I met my travelling companion M. in the lobby, where we booked a cab. I was anticipating getting ripped off from the start by wily Russians, but the guy at the cell phone booth let me call my homestay host for free from his cell, and the cab company charged us a flat rate from the airport that was less than expected. The cabby drove like a maniac, twisting through traffic at 130km/hour past giant trucks, big feral dogs on the grass by the highway, and wrecks of previous crashes while American rock music played on the stereo. The drive into St. Petersburg looks like Ottawa, just bigger: highways through tall forests.
Once we got in her apartment, our host Anna was quiet and serious, while her mother – whom she lives with – conversed garrulously with us in Russian, even though neither M. nor myself can speak a word. I liked them both. We dropped off our bags and took the tram to the local mall; the ticket collector, a woman in her late 50s, said “Pleased to meet you” in English as she returned our change. Later she nearly fell over as the tram rounded a steep curve and we helped steady her. The mall was closing when we arrived, but we found a creperie in the food court and were served by a handsome young man who spoke perfect English. Which I found odd, considering this isn’t a tourist neighbourhood, but welcome.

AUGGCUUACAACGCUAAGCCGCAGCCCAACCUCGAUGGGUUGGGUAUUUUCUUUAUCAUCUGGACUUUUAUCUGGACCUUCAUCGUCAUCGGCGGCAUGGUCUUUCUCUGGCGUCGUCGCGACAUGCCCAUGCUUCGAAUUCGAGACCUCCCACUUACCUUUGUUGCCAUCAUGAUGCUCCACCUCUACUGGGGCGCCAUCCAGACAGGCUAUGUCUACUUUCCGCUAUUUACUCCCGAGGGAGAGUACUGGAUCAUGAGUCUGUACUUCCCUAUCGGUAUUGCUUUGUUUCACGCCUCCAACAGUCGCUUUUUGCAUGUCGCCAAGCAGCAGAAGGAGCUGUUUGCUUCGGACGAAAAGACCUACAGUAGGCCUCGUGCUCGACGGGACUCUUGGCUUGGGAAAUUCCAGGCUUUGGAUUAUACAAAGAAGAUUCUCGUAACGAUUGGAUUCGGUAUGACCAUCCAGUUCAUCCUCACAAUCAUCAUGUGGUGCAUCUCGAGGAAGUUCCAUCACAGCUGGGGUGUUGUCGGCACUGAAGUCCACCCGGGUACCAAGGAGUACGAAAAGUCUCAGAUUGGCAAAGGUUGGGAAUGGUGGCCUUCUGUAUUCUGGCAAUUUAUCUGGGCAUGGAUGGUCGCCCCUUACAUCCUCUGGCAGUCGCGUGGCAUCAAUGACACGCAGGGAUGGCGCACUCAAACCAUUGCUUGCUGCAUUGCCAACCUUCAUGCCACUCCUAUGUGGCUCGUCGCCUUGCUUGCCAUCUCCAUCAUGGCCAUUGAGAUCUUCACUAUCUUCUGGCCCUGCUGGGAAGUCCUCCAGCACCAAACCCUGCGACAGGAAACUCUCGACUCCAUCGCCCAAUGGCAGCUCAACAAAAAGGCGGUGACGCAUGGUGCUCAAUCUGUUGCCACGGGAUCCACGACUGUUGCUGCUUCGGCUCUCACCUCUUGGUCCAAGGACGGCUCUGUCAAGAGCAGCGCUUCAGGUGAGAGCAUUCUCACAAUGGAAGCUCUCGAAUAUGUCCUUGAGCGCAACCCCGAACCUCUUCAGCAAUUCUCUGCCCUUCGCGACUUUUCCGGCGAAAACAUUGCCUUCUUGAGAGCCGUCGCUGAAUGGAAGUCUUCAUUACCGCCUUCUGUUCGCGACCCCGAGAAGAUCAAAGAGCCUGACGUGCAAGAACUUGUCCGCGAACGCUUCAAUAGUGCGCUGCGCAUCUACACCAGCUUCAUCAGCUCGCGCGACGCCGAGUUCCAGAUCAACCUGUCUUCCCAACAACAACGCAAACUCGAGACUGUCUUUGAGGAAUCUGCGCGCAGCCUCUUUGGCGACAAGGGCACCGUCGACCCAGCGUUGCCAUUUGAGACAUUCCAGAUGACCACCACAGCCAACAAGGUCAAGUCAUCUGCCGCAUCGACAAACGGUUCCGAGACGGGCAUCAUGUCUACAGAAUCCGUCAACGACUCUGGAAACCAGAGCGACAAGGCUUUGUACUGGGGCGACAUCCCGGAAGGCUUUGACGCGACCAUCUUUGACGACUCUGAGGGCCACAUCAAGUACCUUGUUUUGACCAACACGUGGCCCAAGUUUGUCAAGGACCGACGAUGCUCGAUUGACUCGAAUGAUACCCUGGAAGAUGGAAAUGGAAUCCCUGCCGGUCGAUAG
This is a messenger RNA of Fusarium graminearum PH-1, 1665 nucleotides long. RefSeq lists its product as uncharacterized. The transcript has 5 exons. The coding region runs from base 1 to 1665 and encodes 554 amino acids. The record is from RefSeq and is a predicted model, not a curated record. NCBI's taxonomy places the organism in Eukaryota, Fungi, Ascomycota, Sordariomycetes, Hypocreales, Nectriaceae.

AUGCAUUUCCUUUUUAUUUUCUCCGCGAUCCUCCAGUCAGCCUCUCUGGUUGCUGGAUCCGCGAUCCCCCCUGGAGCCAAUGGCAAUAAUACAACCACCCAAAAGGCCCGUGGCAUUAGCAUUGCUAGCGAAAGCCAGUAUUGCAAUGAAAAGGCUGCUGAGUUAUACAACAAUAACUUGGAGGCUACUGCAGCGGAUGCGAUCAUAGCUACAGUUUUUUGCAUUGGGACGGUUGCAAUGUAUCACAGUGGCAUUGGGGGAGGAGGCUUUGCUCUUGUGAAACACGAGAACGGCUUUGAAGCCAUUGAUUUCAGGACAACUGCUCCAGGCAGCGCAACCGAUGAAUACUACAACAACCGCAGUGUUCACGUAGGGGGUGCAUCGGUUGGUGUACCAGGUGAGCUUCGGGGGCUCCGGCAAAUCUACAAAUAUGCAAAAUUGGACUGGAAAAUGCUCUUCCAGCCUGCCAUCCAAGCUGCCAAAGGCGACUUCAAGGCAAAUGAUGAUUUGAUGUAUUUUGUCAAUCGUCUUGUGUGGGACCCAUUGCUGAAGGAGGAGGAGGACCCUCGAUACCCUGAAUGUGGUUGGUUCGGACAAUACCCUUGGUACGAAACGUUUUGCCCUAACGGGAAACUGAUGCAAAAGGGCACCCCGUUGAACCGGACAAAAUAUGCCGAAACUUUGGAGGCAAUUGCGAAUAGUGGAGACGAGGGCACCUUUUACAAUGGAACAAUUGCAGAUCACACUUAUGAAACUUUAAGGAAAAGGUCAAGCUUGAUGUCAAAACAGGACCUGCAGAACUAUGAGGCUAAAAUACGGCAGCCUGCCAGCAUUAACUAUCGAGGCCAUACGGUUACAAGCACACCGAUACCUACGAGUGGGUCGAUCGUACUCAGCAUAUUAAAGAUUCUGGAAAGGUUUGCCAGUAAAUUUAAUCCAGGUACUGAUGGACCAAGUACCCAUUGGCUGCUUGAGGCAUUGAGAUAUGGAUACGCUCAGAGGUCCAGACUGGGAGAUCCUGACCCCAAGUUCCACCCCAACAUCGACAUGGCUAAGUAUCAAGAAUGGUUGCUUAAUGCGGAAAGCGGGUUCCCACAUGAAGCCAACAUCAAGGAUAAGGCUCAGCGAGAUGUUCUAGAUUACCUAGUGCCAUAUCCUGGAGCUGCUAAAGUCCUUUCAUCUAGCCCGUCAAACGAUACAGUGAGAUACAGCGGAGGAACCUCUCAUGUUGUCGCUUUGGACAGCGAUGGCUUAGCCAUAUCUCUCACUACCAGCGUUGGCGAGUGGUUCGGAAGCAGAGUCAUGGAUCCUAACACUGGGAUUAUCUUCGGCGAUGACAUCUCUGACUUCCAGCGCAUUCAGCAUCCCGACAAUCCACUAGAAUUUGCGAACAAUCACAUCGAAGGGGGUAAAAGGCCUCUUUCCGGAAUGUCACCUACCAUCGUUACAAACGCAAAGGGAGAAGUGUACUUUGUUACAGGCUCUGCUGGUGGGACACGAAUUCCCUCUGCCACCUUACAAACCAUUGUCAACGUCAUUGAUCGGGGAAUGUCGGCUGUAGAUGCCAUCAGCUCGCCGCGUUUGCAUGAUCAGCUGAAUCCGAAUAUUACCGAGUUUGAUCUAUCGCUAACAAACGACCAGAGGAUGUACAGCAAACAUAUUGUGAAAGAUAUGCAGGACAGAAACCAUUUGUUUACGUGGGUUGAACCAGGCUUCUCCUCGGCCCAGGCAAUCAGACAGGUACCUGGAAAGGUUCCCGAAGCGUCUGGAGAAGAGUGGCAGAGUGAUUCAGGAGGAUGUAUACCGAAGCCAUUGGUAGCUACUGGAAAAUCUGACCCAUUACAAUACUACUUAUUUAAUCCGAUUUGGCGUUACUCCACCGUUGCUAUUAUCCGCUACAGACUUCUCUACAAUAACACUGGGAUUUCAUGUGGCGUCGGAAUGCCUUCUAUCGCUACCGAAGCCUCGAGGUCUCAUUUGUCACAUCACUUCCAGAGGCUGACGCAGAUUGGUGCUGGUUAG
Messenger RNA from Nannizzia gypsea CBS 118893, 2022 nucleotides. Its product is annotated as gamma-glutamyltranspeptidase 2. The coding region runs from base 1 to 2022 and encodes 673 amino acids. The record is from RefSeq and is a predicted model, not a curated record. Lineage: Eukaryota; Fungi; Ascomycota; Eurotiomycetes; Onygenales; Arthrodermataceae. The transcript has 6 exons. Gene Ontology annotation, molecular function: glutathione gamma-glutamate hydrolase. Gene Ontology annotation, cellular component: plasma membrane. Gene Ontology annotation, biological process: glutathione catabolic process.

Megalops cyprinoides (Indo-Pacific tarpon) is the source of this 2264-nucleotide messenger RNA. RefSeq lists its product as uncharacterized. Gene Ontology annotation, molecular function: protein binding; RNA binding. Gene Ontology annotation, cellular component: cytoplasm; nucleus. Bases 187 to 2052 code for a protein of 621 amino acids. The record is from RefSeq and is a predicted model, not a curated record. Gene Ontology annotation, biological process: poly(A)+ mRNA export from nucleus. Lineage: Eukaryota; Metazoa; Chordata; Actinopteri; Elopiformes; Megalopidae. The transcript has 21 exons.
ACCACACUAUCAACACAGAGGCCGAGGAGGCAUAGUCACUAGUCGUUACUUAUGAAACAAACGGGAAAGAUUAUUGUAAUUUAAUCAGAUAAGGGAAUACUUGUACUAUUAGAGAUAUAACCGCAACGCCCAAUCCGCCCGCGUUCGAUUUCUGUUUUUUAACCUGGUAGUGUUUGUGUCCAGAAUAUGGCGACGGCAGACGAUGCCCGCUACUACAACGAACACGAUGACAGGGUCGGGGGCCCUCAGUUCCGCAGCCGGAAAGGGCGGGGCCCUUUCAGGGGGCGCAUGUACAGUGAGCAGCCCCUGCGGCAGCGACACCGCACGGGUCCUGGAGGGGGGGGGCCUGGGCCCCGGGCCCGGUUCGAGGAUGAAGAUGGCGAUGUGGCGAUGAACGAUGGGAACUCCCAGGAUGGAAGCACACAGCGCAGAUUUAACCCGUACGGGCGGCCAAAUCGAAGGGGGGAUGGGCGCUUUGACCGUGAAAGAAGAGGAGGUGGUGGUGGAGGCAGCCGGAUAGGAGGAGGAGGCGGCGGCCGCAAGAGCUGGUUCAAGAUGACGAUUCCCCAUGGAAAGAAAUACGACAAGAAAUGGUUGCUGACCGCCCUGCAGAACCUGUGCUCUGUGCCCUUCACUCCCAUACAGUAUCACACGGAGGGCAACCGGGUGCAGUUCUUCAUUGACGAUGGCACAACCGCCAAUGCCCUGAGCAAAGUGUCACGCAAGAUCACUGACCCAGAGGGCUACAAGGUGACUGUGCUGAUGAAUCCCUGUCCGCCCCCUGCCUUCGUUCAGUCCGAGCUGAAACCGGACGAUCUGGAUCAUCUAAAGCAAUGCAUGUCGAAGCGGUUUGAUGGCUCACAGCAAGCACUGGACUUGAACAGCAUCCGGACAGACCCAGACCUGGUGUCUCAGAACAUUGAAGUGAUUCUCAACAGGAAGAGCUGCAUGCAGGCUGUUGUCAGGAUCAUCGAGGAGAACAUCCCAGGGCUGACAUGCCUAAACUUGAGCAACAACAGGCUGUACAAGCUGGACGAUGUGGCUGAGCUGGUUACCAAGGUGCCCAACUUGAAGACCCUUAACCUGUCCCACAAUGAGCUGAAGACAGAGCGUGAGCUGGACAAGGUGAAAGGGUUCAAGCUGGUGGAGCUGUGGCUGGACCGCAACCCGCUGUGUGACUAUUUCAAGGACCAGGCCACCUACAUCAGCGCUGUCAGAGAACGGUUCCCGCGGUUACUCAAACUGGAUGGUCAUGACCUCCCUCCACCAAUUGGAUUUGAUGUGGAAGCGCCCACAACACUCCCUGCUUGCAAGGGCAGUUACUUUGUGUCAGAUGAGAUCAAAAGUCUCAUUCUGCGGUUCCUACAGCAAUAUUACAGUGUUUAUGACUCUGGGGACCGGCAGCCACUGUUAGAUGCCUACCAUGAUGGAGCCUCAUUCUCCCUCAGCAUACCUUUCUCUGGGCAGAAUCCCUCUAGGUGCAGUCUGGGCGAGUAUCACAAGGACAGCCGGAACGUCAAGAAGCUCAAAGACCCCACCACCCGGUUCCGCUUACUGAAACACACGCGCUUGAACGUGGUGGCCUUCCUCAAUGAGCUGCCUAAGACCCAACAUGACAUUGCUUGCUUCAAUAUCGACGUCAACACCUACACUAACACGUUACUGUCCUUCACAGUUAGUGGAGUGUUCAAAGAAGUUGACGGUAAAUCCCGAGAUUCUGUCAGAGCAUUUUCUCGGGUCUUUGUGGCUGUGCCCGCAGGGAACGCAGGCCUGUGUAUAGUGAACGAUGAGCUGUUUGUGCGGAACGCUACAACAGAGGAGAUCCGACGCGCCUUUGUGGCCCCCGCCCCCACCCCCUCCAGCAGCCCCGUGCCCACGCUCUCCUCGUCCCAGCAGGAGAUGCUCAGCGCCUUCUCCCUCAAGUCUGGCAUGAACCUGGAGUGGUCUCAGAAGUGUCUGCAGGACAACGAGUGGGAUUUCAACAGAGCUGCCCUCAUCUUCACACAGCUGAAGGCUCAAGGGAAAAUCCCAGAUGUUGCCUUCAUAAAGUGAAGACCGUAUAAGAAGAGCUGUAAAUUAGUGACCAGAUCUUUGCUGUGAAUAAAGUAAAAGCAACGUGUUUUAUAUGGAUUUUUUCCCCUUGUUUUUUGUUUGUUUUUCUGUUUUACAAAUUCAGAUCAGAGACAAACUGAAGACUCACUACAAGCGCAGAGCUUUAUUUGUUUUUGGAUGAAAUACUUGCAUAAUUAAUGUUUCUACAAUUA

The apartment building is in a neighbourhood of highrises, some new and some crumbling, set amidst well-paved roads and scrubland. I can’t figure out its geography: it looks like there were factories here before, since there are still quite a few up, mostly decrepit. Redevelopment has started – there’s the mall, some car dealerships, some grocery stores – but not according to any plan. We walked from the mall to home along paved sidewalks, a dirt path, across roads. Yet it can’t be completely unplanned, since the tramline runs through it.